The Eureka! Science, Corporation presents information on protein synthesis as part of I Can Do That!, which offers science facts for children. In protein synthesis, ribosomes use a messenger-RNA to determine which amino acid belongs where. A specific group of amino acids is then joined together to form a protein.
This highly illustrated book provides an up-to-date description of the structure and function of the translation system including ribosomes, tRNAs, translation factors, antibiotics and aminoacyl-tRNA synthetases. Research on translation is undergoing rapid changes and is receiving significant attention as evidenced by the Nobel Prize in Chemistry 2009. The structural research by crystallography and cryo-EM forms part of an interactive framework that involves biochemistry and molecular computation. The book provides a comprehensive overview of translation in light of the structural results. It is a valuable resource for scientists in this and related fields, as well as for students taking courses with a focus on translation. There is no other book in this field currently except the previous edition of this book. The authors have for a long time worked in the field of structure and function of the translation system.Contents: The Basics of TranslationHistorical MilestonesMethods of Studying StructureThe Message ? mRNAThe Adaptor ? tRNAThe Workbench ? RibosomesThe Structure of the RibosomeRibosomal Sites and Ribosomal StatesThe Catalysts ? Translation FactorsInhibitors of Protein Synthesis ? Antibiotics, ResistanceThe Process ? TranslationProtein Processing, Folding and TargetingEvolution of the Translation Apparatus Readership: Upper level undergraduates and graduate students with an interest in protein synthesis; researchers in cell and molecular biology, biochemistry and biophysics who need to get an overview of translation.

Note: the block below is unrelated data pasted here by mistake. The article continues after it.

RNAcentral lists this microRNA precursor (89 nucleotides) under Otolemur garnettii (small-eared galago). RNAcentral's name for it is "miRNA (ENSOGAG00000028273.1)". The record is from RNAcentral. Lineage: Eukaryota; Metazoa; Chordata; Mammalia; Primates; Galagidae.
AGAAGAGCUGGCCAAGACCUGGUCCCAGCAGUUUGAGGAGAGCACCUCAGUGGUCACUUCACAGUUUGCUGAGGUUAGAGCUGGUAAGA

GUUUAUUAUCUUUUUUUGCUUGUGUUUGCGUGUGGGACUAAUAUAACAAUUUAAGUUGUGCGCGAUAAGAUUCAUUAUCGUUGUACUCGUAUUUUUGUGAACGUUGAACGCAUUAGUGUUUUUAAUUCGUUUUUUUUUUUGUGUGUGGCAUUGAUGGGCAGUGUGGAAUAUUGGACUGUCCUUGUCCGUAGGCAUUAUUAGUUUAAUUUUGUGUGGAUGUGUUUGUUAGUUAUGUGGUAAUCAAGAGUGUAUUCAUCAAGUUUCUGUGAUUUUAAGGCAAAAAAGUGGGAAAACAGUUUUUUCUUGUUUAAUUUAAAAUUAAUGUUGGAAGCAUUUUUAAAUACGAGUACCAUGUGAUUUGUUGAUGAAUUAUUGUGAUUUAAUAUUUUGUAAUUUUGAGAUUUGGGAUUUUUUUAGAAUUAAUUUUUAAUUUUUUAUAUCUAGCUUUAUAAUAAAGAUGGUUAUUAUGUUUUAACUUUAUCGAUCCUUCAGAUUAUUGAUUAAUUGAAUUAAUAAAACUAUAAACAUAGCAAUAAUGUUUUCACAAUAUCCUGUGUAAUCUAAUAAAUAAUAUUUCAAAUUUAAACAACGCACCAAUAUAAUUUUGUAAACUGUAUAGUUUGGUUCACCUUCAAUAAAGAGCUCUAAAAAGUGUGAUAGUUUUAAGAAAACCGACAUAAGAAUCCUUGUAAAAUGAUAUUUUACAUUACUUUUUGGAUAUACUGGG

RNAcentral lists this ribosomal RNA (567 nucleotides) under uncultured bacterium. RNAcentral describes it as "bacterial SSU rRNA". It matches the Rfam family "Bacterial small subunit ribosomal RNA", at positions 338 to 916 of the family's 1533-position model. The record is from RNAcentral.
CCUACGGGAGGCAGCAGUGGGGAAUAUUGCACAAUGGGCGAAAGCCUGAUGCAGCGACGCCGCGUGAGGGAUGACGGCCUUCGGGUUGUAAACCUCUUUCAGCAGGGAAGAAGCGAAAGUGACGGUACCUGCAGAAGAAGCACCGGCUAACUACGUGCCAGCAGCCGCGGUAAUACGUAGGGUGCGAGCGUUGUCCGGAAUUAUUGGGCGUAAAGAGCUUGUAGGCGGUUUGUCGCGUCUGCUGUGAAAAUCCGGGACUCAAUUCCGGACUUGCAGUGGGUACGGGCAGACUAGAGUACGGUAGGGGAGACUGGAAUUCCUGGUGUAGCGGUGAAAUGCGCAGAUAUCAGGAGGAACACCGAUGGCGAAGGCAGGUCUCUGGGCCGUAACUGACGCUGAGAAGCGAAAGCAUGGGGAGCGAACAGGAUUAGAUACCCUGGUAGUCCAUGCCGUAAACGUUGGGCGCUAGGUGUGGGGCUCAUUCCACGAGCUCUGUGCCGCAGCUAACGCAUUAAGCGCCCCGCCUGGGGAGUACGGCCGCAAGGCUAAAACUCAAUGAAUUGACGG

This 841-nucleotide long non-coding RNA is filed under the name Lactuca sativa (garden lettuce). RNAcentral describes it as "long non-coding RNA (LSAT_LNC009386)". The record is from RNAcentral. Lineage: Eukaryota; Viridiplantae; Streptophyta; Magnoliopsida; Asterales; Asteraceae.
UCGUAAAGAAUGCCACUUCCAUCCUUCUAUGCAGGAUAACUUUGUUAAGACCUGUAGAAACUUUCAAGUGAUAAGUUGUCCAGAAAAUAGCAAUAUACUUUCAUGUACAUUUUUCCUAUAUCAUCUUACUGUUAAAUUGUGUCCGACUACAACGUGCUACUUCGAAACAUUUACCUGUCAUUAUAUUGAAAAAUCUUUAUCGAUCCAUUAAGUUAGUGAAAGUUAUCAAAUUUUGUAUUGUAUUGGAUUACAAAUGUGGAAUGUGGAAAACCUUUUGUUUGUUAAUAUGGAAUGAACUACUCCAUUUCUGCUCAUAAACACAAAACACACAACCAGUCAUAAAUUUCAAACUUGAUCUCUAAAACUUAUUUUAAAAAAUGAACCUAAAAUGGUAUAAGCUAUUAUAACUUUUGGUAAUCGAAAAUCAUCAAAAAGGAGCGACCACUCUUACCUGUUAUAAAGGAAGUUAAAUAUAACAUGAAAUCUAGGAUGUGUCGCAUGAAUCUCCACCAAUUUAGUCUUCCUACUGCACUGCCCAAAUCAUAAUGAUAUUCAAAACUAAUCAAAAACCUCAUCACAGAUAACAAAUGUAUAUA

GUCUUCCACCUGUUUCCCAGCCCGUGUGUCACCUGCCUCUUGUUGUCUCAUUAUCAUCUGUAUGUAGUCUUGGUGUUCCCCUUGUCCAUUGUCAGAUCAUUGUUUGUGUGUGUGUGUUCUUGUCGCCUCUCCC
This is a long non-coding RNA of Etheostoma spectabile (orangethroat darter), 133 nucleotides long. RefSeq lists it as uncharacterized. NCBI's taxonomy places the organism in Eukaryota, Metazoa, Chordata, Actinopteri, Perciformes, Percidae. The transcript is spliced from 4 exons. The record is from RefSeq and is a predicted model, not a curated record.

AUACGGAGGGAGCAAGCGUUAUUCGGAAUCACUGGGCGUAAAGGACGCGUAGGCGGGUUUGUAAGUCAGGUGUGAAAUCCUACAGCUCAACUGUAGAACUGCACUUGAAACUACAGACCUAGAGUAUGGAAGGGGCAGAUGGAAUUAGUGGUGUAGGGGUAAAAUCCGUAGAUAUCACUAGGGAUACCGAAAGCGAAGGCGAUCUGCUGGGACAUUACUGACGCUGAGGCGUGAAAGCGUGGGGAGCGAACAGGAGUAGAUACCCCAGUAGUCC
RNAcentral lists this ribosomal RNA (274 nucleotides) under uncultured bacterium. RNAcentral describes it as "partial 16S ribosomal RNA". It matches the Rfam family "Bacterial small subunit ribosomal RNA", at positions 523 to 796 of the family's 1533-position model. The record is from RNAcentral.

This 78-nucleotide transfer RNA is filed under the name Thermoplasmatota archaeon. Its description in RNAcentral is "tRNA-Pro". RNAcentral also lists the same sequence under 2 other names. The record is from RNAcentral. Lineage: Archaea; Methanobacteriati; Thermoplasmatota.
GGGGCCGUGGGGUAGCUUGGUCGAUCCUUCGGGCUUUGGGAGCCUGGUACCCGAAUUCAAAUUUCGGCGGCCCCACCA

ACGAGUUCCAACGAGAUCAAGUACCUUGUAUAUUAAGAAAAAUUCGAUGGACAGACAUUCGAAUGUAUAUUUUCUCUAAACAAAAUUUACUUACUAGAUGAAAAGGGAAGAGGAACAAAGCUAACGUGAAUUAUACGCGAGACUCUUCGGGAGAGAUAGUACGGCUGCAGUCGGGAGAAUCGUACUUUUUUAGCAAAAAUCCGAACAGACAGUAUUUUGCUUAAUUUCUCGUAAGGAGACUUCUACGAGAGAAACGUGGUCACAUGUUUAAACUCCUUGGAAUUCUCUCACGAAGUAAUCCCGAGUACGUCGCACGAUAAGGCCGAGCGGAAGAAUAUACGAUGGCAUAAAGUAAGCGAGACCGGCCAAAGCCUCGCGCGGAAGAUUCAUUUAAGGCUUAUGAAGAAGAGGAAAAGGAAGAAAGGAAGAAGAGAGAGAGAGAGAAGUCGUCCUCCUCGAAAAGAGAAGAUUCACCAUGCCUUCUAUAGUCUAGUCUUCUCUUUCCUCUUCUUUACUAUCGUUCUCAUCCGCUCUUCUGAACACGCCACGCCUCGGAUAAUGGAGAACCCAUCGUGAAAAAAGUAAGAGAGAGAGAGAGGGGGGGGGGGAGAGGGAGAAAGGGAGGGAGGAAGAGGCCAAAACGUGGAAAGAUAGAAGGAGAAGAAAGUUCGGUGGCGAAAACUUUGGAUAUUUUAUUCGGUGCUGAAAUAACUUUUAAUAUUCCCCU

Knud Nierhaus, who has studied the ribosome for more than 30 years, has assembled here the combined efforts of several scientific disciplines into a uniform picture of the largest enzyme complex found in living cells, finally resolving many decades-old questions in molecular biology. In so doing he considers virtually all aspects of ribosome structure and function -- from the molecular mechanism of different ribosomal ribozyme activities to their selective inhibition by antibiotics, from assembly of the core particle to the regulation of ribosome component synthesis. The result is a premier resource for anyone with an interest in ribosomal protein synthesis, whether in the context of molecular biology, biotechnology, pharmacology or molecular medicine.
RNA and Protein Synthesis is a compendium of articles dealing with the assay, characterization, isolation, or purification of various organelles, enzymes, nucleic acids, translational factors, and other components or reactions involved in protein synthesis. One paper describes the preparatory scale methods for the reversed-phase chromatography systems for transfer ribonucleic acids. Another paper discusses the determination of adenosine- and aminoacyl adenosine-terminated sRNA chains by ion-exclusion chromatography. One paper notes that the problems involved in preparing acetylaminoacyl-tRNA are similar to those found in peptidyl-tRNA synthesis, in particular, to the lability of the ester bond between the amino acid and the tRNA. Another paper explains a new method that will attach fluorescent dyes to cytidine residues in tRNA; it also notes the possible use of N-hydroxysuccinimide esters of dansylglycine and N-methylanthranilic acid in the described method. One paper explains the use of membrane filtration in the determination of apparent association constants for ribosomal protein-RNS complex formation. This collection is valuable to bio-chemists, cellular biologists, micro-biologists, developmental biologists, and investigators working with enzymes.